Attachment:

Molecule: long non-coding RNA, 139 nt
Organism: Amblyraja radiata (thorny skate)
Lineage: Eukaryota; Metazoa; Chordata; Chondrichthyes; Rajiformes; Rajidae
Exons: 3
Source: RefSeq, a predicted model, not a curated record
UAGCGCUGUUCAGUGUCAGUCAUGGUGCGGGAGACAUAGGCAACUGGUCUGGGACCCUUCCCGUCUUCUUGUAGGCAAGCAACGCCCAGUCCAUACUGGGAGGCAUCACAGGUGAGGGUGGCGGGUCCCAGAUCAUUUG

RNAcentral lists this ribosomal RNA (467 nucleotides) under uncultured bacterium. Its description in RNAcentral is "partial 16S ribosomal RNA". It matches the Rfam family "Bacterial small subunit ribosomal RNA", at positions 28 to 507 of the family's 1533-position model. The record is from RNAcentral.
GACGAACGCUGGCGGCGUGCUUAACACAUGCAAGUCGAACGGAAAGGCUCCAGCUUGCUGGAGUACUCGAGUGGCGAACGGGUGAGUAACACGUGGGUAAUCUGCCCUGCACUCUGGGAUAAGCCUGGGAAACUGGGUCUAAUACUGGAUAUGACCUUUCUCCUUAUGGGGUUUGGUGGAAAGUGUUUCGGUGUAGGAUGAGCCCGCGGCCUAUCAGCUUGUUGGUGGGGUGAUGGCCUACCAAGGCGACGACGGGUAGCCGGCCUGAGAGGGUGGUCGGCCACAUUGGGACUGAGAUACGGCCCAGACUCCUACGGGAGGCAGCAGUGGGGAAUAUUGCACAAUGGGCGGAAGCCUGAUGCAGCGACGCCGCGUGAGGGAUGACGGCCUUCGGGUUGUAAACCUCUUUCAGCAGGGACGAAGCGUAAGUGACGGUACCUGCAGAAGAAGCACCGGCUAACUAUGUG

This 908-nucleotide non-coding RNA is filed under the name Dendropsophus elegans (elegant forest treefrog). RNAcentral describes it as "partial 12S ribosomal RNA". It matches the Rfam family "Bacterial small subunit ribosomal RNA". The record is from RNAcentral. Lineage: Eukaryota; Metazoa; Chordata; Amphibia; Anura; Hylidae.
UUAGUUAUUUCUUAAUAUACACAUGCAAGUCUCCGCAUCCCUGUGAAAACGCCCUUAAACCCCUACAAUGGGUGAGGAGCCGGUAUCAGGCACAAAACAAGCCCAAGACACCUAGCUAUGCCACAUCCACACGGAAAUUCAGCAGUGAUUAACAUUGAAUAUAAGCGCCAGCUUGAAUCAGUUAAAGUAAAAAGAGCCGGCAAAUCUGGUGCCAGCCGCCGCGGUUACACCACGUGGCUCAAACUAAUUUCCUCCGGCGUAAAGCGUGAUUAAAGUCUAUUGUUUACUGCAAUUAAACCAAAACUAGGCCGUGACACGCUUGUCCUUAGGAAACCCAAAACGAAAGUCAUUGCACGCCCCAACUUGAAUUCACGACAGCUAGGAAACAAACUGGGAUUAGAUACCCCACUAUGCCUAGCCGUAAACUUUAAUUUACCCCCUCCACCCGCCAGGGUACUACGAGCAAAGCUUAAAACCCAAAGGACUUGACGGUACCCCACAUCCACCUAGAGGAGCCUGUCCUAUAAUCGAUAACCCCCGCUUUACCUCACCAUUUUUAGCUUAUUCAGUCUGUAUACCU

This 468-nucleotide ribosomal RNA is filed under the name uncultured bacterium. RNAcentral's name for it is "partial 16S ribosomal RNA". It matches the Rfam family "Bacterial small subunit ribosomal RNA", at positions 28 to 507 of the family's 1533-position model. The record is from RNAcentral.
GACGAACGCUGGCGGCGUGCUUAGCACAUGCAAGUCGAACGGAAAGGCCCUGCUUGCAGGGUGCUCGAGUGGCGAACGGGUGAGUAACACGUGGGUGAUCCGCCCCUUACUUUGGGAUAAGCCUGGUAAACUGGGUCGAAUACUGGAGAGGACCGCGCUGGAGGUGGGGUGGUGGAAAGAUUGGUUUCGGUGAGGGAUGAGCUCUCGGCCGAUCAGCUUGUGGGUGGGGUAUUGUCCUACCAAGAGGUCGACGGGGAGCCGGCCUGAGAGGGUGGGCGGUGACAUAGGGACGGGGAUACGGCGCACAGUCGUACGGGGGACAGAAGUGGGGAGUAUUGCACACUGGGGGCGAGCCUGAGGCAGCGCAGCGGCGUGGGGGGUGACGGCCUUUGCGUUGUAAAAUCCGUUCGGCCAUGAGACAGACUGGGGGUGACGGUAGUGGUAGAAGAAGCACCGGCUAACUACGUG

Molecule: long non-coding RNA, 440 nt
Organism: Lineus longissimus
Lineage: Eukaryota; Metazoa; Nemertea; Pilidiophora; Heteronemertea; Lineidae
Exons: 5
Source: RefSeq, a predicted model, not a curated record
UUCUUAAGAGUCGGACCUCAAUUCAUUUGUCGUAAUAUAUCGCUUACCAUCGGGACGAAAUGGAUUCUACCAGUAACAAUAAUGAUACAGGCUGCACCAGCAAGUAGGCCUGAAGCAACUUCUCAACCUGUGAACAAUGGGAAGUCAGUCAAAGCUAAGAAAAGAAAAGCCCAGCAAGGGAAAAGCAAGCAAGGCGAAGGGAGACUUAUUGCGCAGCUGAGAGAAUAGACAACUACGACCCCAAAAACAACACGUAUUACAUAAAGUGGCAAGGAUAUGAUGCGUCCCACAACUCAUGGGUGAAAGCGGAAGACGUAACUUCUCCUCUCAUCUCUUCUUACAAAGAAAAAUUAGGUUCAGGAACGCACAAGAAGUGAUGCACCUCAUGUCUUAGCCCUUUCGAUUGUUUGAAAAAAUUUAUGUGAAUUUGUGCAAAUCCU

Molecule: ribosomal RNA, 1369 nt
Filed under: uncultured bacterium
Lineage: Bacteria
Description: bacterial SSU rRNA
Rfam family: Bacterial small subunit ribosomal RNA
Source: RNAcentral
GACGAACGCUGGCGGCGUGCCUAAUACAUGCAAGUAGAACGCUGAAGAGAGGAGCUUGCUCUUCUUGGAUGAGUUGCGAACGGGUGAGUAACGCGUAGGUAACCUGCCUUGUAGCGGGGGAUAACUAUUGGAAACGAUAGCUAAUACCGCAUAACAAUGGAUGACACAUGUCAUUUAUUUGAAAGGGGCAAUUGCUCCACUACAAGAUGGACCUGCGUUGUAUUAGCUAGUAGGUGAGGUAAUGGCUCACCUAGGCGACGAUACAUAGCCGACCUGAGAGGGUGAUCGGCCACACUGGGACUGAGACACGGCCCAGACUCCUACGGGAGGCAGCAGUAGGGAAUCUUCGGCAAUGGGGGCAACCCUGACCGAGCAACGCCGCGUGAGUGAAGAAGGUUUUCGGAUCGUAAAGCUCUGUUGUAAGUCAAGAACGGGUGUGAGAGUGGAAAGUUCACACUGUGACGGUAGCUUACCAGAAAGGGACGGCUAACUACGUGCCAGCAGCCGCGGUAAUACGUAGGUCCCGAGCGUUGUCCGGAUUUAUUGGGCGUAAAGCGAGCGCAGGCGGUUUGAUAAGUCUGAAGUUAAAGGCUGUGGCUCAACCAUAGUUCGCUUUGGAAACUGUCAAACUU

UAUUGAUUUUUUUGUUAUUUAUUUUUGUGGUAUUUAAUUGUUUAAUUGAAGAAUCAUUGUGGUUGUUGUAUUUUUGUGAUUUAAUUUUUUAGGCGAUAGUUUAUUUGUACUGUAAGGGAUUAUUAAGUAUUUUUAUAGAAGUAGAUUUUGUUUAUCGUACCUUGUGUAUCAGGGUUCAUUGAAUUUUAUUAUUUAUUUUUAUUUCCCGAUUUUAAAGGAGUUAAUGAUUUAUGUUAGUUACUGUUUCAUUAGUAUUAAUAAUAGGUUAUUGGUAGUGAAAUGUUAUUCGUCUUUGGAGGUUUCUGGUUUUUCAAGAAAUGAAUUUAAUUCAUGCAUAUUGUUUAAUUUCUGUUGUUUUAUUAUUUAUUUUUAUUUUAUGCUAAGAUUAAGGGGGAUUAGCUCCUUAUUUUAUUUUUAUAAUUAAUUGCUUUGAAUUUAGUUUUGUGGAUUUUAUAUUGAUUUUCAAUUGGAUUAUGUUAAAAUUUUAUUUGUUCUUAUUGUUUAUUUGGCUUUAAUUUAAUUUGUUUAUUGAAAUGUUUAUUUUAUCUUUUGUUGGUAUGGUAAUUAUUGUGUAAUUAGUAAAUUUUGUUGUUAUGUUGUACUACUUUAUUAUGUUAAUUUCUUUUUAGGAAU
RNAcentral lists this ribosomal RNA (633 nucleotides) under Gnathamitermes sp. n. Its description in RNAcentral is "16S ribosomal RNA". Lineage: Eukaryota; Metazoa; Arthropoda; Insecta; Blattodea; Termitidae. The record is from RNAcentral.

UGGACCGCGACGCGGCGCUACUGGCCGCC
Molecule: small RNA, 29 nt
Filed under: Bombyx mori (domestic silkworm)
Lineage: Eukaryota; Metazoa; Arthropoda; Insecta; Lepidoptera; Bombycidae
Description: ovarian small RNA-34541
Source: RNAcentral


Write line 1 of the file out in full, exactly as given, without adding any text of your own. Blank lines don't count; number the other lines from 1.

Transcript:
Molecule: long non-coding RNA, 139 nt